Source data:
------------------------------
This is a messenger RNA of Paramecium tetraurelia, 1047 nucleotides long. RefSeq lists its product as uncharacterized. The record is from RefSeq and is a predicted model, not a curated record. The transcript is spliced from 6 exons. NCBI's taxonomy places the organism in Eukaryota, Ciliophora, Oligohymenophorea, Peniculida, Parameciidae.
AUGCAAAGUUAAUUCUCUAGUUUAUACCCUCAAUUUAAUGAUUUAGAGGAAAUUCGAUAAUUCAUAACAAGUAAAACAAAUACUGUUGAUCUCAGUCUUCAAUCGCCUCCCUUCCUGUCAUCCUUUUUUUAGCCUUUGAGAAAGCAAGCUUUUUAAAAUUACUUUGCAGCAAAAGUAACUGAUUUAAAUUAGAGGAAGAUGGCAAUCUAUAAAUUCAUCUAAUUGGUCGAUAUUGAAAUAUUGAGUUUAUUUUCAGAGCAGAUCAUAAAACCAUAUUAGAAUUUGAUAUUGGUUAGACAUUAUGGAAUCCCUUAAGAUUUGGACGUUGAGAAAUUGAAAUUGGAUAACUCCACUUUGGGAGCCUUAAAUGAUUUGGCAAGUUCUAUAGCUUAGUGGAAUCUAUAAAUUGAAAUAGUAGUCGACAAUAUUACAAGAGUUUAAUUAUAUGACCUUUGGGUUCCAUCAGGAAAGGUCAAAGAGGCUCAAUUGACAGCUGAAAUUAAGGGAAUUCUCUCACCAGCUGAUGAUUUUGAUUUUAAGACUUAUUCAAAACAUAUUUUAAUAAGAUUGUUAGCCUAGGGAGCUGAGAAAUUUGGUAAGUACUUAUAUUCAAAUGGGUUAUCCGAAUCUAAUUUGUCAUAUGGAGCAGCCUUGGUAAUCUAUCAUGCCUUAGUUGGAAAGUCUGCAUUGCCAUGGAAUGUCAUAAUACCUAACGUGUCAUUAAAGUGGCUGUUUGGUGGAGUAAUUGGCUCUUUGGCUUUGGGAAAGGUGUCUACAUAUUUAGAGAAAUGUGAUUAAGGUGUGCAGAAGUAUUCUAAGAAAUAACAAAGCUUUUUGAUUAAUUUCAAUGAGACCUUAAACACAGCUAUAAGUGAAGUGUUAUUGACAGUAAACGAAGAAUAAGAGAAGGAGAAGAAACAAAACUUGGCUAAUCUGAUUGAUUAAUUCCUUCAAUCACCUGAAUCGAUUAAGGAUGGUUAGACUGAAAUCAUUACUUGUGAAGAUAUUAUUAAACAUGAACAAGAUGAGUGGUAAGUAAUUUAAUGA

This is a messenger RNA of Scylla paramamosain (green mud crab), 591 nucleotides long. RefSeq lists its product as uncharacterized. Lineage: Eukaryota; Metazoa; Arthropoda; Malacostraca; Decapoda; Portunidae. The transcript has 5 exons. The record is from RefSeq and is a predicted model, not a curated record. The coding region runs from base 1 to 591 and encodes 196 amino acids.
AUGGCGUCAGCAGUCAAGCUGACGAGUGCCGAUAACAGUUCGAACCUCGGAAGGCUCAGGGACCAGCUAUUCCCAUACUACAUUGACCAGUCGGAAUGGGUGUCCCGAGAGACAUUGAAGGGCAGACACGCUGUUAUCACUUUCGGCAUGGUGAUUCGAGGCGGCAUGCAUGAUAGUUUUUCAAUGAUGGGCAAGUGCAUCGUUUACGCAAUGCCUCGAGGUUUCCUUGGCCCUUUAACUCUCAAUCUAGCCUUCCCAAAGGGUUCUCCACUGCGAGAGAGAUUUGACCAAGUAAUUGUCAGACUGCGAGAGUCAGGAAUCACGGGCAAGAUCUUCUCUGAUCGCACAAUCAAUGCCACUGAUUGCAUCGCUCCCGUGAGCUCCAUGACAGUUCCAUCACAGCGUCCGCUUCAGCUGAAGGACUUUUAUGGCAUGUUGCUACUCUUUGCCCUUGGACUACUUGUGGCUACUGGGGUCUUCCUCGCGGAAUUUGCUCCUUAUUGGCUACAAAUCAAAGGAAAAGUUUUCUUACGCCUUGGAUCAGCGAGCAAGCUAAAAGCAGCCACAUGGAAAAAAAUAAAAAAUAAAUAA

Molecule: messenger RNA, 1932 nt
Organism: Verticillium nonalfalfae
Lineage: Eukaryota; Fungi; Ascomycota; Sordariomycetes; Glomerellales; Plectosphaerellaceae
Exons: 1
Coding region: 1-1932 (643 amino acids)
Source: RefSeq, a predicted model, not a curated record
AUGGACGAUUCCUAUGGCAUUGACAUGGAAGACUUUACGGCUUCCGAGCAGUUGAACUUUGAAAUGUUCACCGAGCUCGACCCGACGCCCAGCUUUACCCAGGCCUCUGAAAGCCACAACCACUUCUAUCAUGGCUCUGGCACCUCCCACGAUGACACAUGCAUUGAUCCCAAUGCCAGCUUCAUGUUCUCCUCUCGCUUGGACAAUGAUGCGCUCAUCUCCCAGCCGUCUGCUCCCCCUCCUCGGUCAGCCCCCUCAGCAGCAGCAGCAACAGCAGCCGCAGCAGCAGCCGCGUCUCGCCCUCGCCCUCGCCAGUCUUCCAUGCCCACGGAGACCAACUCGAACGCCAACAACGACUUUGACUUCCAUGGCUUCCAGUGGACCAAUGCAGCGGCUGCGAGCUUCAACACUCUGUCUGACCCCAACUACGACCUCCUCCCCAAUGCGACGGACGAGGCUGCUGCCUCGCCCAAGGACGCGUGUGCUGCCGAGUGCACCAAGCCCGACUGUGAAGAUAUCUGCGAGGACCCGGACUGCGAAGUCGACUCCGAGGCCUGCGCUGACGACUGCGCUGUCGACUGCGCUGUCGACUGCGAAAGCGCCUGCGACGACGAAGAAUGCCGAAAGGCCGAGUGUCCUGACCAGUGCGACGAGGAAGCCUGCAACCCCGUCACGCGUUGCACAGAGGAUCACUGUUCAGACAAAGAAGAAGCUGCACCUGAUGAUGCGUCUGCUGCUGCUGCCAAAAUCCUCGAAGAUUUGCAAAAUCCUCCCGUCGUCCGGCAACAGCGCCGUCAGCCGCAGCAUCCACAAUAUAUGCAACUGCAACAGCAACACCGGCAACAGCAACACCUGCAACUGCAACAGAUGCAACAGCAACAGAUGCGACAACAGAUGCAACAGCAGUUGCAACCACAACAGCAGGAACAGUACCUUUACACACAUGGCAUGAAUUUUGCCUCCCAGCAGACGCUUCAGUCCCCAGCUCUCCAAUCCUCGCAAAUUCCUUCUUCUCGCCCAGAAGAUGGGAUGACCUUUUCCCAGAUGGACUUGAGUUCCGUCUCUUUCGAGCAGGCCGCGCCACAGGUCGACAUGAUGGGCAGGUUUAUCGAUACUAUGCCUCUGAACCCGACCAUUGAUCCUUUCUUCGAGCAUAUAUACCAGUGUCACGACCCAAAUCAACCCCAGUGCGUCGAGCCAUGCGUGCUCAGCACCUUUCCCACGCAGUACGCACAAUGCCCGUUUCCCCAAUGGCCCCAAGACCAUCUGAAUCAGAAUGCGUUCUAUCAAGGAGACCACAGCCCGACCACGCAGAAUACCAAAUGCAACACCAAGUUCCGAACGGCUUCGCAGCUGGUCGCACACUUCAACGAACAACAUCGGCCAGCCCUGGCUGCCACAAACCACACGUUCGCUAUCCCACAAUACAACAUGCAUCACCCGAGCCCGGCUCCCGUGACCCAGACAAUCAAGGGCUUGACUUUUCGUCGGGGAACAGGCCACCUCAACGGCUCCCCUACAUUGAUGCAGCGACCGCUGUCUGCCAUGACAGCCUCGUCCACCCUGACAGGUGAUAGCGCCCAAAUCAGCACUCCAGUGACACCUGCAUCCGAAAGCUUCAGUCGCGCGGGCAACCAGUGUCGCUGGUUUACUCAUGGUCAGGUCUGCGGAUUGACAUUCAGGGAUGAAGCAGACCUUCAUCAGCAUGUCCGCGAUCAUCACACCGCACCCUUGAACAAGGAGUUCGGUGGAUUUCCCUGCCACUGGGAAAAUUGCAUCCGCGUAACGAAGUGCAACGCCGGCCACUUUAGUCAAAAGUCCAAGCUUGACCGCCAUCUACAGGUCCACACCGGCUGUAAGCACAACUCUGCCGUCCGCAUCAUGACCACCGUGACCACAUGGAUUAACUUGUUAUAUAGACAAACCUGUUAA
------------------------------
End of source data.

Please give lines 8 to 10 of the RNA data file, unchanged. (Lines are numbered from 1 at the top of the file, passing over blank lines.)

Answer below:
Exons: 1
Coding region: 1-1932 (643 amino acids)
Source: RefSeq, a predicted model, not a curated record